The anchor cable needs to be pulled in bit by bit hand over hand until the chain is straight up and down. Sounds simple but if you're pulling it in by hand it is anything but. When the wind catches the boat and it sheers from side to side you may find the chain ripped out your hand. It's then down to getting a round turn of the chain around a cleat or bollard. In all cases wear heavy gloves and WATCH YOUR FINGERS.
The strain of it can end up putting your back out, and perhaps the most sensible way is to sit down on the deck and pull it hand over hand.
If you have a manual anchor winch, pull in by hand until it becomes too difficult then loop the chain over the winch and start winching.
Even if using an electric winch it is normal to wind in the chain until it is up and down and then stop winching.
The boat can be carefully motored towards the anchor while this is going on, and it requires good teamwork between the foredeck and the cockpit... best done with hand signals to avoid confusion and shouting. The danger here is the boat being motored forwards too fast, and before the foredeck man can cleat off the chain, the boat overshoots the anchor and the chain is ripped out his hand.
Anyway assuming you end up with a stationary boat, the chain straight up-and-down and the anchor not fouled...... the next stage is the anchor breaks out. The foredeck man will see this as the boat will start swinging or moving and the chain that was bar taut will ease off. Next it is just the stage of recovering the dangling anchor and chain, stowing everything, and cleaning up the mess. This can be quite considerable if you are anchored in mud.. stinks too.
Tip from member Don Thomson for singlehanders:
"I noticed this comment and thought you might like this tip from an inveterate single hander. Wherever possible I sail off the anchor. You set the main fore and aft with a tight main sheet and leave the jib off (or furled). One can then go forward (suitable booted and spurred) and start shortening the anchor cable. The first time you do this will have to be an act of faith!! As you haul in the cable the boat starts to “tack” to the anchor and when the anchor breaks out it will continue to drift on that tack until you go aft and take command of the boat from the cockpit. It means you can decide which tack to break out the anchor on leading one away from immediate danger (other yachts or the shore). Nine times out of ten you will find that you have time to stow the anchor and stroll back to the cockpit, giving a cheery good morning wave to the nearby gin palaces, break out the genny and settle down for the day. But don’t ever forget the tide!!"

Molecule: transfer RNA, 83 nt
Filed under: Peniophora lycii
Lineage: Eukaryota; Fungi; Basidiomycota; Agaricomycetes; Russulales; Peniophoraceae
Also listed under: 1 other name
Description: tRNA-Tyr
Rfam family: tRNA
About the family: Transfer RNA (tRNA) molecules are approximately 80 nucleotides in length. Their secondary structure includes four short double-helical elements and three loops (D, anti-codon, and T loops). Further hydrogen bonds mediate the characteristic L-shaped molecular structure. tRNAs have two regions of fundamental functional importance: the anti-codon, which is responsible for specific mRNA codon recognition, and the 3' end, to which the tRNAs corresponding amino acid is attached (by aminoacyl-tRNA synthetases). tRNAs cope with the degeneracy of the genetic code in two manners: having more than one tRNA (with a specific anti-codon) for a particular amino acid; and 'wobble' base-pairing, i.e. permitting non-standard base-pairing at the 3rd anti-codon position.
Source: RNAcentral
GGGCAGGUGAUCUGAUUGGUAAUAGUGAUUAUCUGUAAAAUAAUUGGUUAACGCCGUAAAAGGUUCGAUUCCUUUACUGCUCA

If the anchor is thick with mud and filth sometimes motoring forward slowly while prodding at it with a boat hook will clear it.
In normal circumstances this is all there is to it. If you are using two anchors, recover the Leeward or down tide one first, paying out more cable on the working anchor if necessary. Then recover the working anchor.
If you have checked your charts carefully before anchoring you should be clear of cables and pipelines (and wrecks). Sometimes however your anchor will foul something that is already laying there on the seabed, it will hook around it, and as you try and raise your anchor it will be bringing the obstruction with it. It could be bits of rusty old hawser (watch for sharp spikes that can rip your hand), it could be part of a mooring, or it could even be someone else's anchor chain. I have even heard of people getting their cable wrapped around their own deep fin keel...
If you have suspicions about what might be lying on the bottom before you drop anchor, it is wise to rig a trip line and anchor buoy (a trip line is attached to the forward part of the anchor, and when it is pulled it capsizes the anchor and thus frees it). Trip lines and buoys are very good in theory, but in crowded places they can get fouled by other boats, or even picked up by someone thinking they are moooring ! Yes I've seen this happen...
Assuming you haven't and the anchor is foul, try and raise it up enough so that you can see what is fouling it. If you can pull the fouling object just above the waterline, you will then have a chance to pass a rope underneath it and back onboard again. This rope can be used to take the strain, while your anchor is lowered and unhooks itself from the obstruction.
In suitable conditions it may be possible to dive down and inspect what is going on. If the anchor is pulled up as tight as it can go the diver can run a rope underneath the obstruction, and the ends of this rope can be hauled up tight on board. The anchor chain is then slackened off, and the anchor freed. Quite often the diver will have to help untangling the anchor.
If all else fails, it may be necessary to cut the chain, tie a thin rope and buoy to it, and get a diver to recover it later.
If you suspect you have fouled an electricity or telephone cable, you will need to abandon your gear and buoy it as above ... careful checking of the charts could have avoided this in the first place.
In my experience most fouling is caused by rusty old steel hawsers lying on the seabed, I have even hooked a submerged tree trunk, and once got well and truly caught up in a three point mooring... which was probably my own fault for anchoring too close. That one involved unpleasant diving work for me..
If you anchor enough sooner or later you will foul your anchor, and it's best to have plans in place for dealing with it.
On that cheerful note we'll finish this article.